Then it was time to board our vessel – The Grand River Princess. One of a fleet of three boats owned and operated by Grand River Dinner Cruises. The theme song from Gilligan’s Island greeted us.   If I remember correctly the boat was approximately sixty feet in length and about twenty two across.  We were served a full roast beef dinner and could either sit inside or enjoy the view from outside on the promenade deck.  If you’re looking for something a little different and live in or visit this part of Ontario it’s worth the drive.  And I look forward to a return trip next year.

The only downer to the day was discovering my camera was not working and most of the photos are useless.  I’d really wanted one or two to post with this blog.  Although the trees haven't yet started showing their fall colours, there were herons and even a pair of egrets to capture digitally.  Beautiful willows and other trees hanging at the river’s edge, their roots like elongated toes dipping so daintily into the water.  Mostly blue skies with a scattering of small clouds meant enjoying the warmth of the sun when sitting on the deck.  Our captain/tour guide provided commentary when needed, but mostly it was very peaceful as we drifted slowly along the river.  Now that the height of summer has passed, water traffic has diminished, but no doubt a few weeks ago it was a much noisier place.   One or two solitary fishermen dotted the shoreline at times and a Labrador retriever was enjoying a swim as his master waited on shore.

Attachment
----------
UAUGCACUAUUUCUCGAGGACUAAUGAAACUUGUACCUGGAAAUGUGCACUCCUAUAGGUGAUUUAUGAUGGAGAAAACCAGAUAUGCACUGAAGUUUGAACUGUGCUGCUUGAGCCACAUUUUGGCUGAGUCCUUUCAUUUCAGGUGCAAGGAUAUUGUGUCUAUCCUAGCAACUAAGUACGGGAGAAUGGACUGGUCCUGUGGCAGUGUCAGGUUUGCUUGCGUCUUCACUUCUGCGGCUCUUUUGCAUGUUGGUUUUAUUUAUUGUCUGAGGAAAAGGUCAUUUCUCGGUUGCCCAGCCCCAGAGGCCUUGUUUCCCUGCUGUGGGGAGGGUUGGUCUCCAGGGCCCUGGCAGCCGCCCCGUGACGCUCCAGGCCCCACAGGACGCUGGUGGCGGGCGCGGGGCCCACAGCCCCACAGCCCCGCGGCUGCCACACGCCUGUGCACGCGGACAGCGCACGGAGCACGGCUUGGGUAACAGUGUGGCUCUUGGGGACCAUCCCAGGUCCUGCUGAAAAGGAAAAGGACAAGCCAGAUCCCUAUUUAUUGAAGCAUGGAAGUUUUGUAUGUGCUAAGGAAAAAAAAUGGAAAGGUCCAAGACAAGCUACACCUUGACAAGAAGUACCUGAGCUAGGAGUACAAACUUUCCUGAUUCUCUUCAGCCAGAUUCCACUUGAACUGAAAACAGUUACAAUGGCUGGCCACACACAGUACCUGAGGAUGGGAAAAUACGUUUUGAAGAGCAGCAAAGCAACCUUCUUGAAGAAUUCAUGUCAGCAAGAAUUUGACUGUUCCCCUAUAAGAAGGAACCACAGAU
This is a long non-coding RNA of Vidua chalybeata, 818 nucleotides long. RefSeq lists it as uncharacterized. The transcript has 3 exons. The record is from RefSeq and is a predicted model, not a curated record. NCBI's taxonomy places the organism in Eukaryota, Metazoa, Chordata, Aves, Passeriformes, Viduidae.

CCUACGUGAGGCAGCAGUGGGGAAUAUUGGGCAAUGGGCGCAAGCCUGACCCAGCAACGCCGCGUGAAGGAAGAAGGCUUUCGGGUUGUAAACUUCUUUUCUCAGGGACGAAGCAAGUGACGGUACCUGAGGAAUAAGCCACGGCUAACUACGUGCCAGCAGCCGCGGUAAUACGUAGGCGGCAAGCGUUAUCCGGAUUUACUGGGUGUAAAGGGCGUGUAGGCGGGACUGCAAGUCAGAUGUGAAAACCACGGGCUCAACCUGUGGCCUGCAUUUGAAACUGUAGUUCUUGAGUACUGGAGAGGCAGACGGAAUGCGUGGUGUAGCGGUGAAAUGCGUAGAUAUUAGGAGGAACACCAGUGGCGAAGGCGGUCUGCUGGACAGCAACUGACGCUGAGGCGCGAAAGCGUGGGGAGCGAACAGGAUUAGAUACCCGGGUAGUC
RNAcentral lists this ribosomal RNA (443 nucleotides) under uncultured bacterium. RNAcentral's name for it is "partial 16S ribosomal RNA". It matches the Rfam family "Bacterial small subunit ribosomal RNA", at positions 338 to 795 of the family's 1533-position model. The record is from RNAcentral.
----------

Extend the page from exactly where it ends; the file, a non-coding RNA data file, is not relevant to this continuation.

All in all a lovely start to a week’s vacation and I’ll not complain that the higher temperatures have moved on – love the cooler nights and being able to snuggle under covers while enjoying the fresh air.

On a side note, I’m finally enjoying the third instalment in the Millenium series – The Girl Who Kicked the Hornets Nest.  And as it’s a read I’m finding hard to put down, that’s where I’m headed now. 

Cheers!
Liz

Sunday, September 2, 2012

Labour Day Weekend


Or as we usually think of it...the end of summer!

Never mind January 1, I still find myself in a New Year frame of mind when Labour Day rolls around again. Who knew those few years spent in the school system would leave such a lasting impression? So its more than appropriate that I find myself ready, and even somewhat anxious, to get back in the writing mode again.   As Pam mentioned we took a short breather - at my request.  So feeling refreshed, and with a new sense of purpose I feel more in the write frame of mind than a few weeks ago.